My Super Ex-Girlfriend

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Matt Saunders (Luke Wilson) — nice guy, good job, owns a goldfish — finds his life turned upside down when he starts a relationship with a girl he met on the train… only to find out that she’s the super-powered hero G-Girl (Thurman), and more than a littl


God knows we love it, but the worst thing that could have happened to Ivan Reitman’s career was making Ghostbusters. For he’s been fruitlessly trying to recreate it ever since, be it with CGI (Evolution), a walking special effect (his run of movies with Big Arnie), or high concepts (even Dave, arguably his best movie, was fuelled by a big ‘What If?’).

And now along comes My Super Ex-Girlfriend, his latest attempt to fuse gags of both the laugh-making and eye-candy variety — and sadly, it’s his latest strike.

There’s nothing wrong with the concept — a superhero stalker played for laughs might have been a nice poke in the eye for the X-Men and Kal-Els of this world — but it’s the underbaked screenplay (and, it must be said, Reitman’s dreary direction) that proves to be this movie’s kryptonite.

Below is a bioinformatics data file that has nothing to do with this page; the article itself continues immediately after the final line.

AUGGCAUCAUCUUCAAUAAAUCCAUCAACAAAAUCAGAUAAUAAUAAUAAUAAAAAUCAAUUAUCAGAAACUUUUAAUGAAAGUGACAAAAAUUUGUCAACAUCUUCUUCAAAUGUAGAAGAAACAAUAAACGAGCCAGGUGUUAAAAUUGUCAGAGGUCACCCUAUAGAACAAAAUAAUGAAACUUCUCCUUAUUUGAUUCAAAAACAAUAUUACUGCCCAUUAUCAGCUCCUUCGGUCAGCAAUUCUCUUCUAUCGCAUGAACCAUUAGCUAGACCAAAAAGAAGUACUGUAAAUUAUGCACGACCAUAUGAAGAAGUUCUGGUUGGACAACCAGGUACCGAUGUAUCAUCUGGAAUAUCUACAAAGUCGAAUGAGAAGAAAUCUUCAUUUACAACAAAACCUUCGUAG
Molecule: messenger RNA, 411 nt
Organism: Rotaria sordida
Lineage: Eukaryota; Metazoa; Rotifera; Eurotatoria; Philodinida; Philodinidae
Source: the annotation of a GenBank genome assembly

Don Payne’s script feels like it needed a couple more passes to remove extraneous characters (Wanda Sykes’ annoying boss, for one) and further flesh out motivation for its principals. Luke Wilson’s Matt is such a likeable, dorkish Everyman that, when G-Girl starts turning the screw and destroys his car, job and apartment in sequences clearly meant to be hilarious, the only response we can muster is sympathy for the poor fella.

That’s a commodity that’s also hard to come by for G-Girl — Thurman does a nice line in psychosis, but Jenny is given no real grounding for her lunacy. And, with Reitman unwilling to tip her over the edge into full-blown villainy, the character quickly becomes very one-dimensional.

It’s a pity, because the potential for a superspoof does exist in a couple of nice scenes — when a rogue missile threatens, a pissed-off G-Girl has to be talked into saving the day; while the HQ of arch-nemesis Professor Bedlam (a miscast Eddie Izzard) turns out to be a terraced house with his nefarious weapons stored on shelves. Otherwise, though, this is pedestrian and unsure of its tone.

The cast try hard, though, with the two unrelated Wilsons (Luke and Rainn, so great in the American Office) in particular hugely enjoyable as a pair of odd-couple best friends. When they’re swapping their sparky banter — Wilson, R. caustic and dry; Wilson, L. naive and ever-so-slightly appalled — it’s hard not to mutter discontentedly when an expensive ineffect shows up and we’re back to the “so what?” superhero shenanigans again.

For Ivan Reitman, Ghostbusters continues to cast one hell of a shadow. Shame — if he’d managed to resist the lure of big, shiny FX, this could have worked as a very black comedy...